We should, therefore, view traditional music’s inclusion in cultural debate with an especially critical eye. More often than not, the perspective it supposedly provides is only one very selective aspect of its multi-sided nature.
A recent Irish Times article by Fintan O’Toole (‘Silence, cunning, exile – so what next?’, 3rd March), part of a series on the arts in Ireland, provides some interesting examples of how traditional music is shepherded through cultural debate. For example, O’Toole writes:
Twenty-five years ago, it did not seem insane to think that Irish traditional music, then undergoing a boom, might give birth to a new indigenous modern form, in the way that the blues gave way to jazz. … this hasn’t happened.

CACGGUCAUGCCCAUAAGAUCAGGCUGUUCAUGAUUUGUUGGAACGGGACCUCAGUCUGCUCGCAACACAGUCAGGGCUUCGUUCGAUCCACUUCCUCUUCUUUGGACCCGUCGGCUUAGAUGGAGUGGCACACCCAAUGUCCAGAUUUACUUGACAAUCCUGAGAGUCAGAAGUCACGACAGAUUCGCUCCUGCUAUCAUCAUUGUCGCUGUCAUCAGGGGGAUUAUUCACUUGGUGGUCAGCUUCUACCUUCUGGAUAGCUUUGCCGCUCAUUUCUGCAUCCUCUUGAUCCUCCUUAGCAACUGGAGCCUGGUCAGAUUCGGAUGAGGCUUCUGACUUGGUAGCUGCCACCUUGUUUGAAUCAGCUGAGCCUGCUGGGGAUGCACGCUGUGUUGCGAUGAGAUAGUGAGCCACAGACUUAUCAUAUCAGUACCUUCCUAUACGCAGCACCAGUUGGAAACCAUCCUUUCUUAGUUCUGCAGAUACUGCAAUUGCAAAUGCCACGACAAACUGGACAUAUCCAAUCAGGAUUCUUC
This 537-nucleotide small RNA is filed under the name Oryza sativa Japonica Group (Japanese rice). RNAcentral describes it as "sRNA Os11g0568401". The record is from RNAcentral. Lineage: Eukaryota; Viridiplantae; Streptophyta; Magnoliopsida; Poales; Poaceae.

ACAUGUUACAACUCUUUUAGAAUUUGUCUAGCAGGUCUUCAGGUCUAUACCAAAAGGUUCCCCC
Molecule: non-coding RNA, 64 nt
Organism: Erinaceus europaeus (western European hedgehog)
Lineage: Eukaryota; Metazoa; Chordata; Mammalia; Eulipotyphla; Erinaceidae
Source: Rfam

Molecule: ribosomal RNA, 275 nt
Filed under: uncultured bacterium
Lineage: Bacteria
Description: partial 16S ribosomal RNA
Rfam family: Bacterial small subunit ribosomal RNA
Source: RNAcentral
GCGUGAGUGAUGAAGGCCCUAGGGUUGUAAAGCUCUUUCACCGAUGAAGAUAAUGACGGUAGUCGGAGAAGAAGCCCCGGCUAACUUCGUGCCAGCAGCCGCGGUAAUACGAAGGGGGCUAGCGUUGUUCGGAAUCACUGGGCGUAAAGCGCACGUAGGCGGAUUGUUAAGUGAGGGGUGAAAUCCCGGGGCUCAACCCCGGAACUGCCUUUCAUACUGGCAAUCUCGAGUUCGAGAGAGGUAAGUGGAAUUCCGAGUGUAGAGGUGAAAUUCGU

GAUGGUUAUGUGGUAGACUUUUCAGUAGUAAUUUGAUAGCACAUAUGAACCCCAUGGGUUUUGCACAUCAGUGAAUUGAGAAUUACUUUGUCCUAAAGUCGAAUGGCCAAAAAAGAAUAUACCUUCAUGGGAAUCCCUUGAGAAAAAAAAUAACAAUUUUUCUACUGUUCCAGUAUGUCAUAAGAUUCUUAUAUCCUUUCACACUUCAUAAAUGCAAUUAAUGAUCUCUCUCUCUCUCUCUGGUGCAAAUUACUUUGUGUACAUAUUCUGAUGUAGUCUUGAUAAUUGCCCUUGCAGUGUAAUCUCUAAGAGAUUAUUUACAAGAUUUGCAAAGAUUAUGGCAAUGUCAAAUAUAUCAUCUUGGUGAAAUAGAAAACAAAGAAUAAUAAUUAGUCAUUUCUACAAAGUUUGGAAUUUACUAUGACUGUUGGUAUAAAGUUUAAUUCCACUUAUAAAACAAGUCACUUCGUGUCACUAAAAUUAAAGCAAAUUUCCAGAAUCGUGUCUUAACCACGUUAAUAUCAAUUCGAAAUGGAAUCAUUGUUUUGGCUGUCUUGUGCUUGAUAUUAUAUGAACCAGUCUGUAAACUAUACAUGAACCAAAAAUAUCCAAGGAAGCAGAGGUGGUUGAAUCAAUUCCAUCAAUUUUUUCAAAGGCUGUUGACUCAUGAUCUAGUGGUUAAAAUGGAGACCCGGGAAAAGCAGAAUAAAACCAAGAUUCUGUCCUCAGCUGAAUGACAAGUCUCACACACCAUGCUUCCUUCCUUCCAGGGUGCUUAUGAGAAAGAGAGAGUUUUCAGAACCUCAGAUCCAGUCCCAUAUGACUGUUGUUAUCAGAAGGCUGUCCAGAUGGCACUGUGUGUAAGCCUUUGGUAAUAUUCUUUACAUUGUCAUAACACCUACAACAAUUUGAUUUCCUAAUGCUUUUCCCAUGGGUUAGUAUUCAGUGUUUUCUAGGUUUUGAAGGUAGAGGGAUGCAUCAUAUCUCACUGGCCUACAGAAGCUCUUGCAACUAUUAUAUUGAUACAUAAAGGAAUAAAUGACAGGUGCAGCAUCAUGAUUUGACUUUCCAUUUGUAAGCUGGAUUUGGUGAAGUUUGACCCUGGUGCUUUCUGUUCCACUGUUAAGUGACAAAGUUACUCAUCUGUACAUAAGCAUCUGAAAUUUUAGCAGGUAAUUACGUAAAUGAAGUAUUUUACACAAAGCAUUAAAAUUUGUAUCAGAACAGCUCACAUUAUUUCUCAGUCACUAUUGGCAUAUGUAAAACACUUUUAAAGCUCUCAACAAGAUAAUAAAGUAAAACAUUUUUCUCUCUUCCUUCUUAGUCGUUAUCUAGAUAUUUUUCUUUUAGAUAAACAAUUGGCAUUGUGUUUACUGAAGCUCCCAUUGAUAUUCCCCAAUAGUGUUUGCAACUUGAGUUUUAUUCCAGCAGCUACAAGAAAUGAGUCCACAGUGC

To suggest, as O’Toole does, that we should be disappointed or consider it a failure of traditional music that it has not spawned its equivalent of jazz seems to me quite zany, but these are just the kind of myths that are injected into traditional music when it is being conscripted for an entirely different purpose. The compulsion in media commentary in Ireland seems to be that, in order to gain credibility for one’s own political and cultural ambitions for Irish society – which are usually unspecified, but habitually involve kicking over Ireland’s past – one needs to show that traditional music, like every aspect of our culture, is – or should be – hastily casting off its old coat and affirming popular notions of change and tradition. If it doesn’t, this constitutes a flaw, to be responded to with scorn and bafflement.